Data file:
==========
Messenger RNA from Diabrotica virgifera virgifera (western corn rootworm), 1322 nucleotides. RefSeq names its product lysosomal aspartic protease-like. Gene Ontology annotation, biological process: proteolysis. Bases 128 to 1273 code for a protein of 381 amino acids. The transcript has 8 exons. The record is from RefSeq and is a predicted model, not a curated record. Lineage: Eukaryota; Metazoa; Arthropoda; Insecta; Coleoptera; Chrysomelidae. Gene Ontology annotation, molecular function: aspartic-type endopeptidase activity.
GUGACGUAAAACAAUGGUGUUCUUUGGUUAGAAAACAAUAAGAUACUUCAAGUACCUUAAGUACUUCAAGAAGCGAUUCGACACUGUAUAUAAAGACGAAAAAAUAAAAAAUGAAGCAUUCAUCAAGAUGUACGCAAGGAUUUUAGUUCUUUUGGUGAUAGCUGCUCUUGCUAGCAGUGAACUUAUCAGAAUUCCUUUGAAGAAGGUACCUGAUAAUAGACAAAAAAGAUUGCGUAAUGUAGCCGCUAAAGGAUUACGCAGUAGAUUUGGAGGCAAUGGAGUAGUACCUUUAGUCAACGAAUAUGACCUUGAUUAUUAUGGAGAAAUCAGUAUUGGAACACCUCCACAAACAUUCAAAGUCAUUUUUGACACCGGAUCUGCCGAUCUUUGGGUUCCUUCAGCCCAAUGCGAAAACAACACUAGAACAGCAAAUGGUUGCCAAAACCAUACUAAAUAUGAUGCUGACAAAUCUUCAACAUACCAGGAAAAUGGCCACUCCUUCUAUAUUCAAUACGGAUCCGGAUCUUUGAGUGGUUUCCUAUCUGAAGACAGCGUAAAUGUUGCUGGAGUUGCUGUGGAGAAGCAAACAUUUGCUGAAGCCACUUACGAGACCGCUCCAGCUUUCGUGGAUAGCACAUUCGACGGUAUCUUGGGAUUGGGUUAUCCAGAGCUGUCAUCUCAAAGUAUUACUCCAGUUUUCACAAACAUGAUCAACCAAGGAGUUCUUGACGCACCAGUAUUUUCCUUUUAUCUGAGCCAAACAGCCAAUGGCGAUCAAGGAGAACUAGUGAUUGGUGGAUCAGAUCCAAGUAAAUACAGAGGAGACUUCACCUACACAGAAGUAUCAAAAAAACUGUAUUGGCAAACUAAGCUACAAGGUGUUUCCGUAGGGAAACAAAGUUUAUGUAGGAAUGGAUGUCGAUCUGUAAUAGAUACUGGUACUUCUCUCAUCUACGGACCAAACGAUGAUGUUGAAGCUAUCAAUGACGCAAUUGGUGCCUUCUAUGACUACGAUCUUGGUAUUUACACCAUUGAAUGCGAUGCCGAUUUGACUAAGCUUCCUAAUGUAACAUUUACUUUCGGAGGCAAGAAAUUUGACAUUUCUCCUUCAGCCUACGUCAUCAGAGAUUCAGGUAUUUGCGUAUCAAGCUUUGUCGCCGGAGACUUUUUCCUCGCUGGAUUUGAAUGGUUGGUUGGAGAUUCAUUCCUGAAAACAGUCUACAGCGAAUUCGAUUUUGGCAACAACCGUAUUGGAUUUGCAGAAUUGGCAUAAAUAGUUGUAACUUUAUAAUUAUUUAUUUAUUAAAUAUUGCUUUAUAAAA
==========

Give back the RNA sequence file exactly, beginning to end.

Messenger RNA from Diabrotica virgifera virgifera (western corn rootworm), 1322 nucleotides. RefSeq names its product lysosomal aspartic protease-like. Gene Ontology annotation, biological process: proteolysis. Bases 128 to 1273 code for a protein of 381 amino acids. The transcript has 8 exons. The record is from RefSeq and is a predicted model, not a curated record. Lineage: Eukaryota; Metazoa; Arthropoda; Insecta; Coleoptera; Chrysomelidae. Gene Ontology annotation, molecular function: aspartic-type endopeptidase activity.
GUGACGUAAAACAAUGGUGUUCUUUGGUUAGAAAACAAUAAGAUACUUCAAGUACCUUAAGUACUUCAAGAAGCGAUUCGACACUGUAUAUAAAGACGAAAAAAUAAAAAAUGAAGCAUUCAUCAAGAUGUACGCAAGGAUUUUAGUUCUUUUGGUGAUAGCUGCUCUUGCUAGCAGUGAACUUAUCAGAAUUCCUUUGAAGAAGGUACCUGAUAAUAGACAAAAAAGAUUGCGUAAUGUAGCCGCUAAAGGAUUACGCAGUAGAUUUGGAGGCAAUGGAGUAGUACCUUUAGUCAACGAAUAUGACCUUGAUUAUUAUGGAGAAAUCAGUAUUGGAACACCUCCACAAACAUUCAAAGUCAUUUUUGACACCGGAUCUGCCGAUCUUUGGGUUCCUUCAGCCCAAUGCGAAAACAACACUAGAACAGCAAAUGGUUGCCAAAACCAUACUAAAUAUGAUGCUGACAAAUCUUCAACAUACCAGGAAAAUGGCCACUCCUUCUAUAUUCAAUACGGAUCCGGAUCUUUGAGUGGUUUCCUAUCUGAAGACAGCGUAAAUGUUGCUGGAGUUGCUGUGGAGAAGCAAACAUUUGCUGAAGCCACUUACGAGACCGCUCCAGCUUUCGUGGAUAGCACAUUCGACGGUAUCUUGGGAUUGGGUUAUCCAGAGCUGUCAUCUCAAAGUAUUACUCCAGUUUUCACAAACAUGAUCAACCAAGGAGUUCUUGACGCACCAGUAUUUUCCUUUUAUCUGAGCCAAACAGCCAAUGGCGAUCAAGGAGAACUAGUGAUUGGUGGAUCAGAUCCAAGUAAAUACAGAGGAGACUUCACCUACACAGAAGUAUCAAAAAAACUGUAUUGGCAAACUAAGCUACAAGGUGUUUCCGUAGGGAAACAAAGUUUAUGUAGGAAUGGAUGUCGAUCUGUAAUAGAUACUGGUACUUCUCUCAUCUACGGACCAAACGAUGAUGUUGAAGCUAUCAAUGACGCAAUUGGUGCCUUCUAUGACUACGAUCUUGGUAUUUACACCAUUGAAUGCGAUGCCGAUUUGACUAAGCUUCCUAAUGUAACAUUUACUUUCGGAGGCAAGAAAUUUGACAUUUCUCCUUCAGCCUACGUCAUCAGAGAUUCAGGUAUUUGCGUAUCAAGCUUUGUCGCCGGAGACUUUUUCCUCGCUGGAUUUGAAUGGUUGGUUGGAGAUUCAUUCCUGAAAACAGUCUACAGCGAAUUCGAUUUUGGCAACAACCGUAUUGGAUUUGCAGAAUUGGCAUAAAUAGUUGUAACUUUAUAAUUAUUUAUUUAUUAAAUAUUGCUUUAUAAAA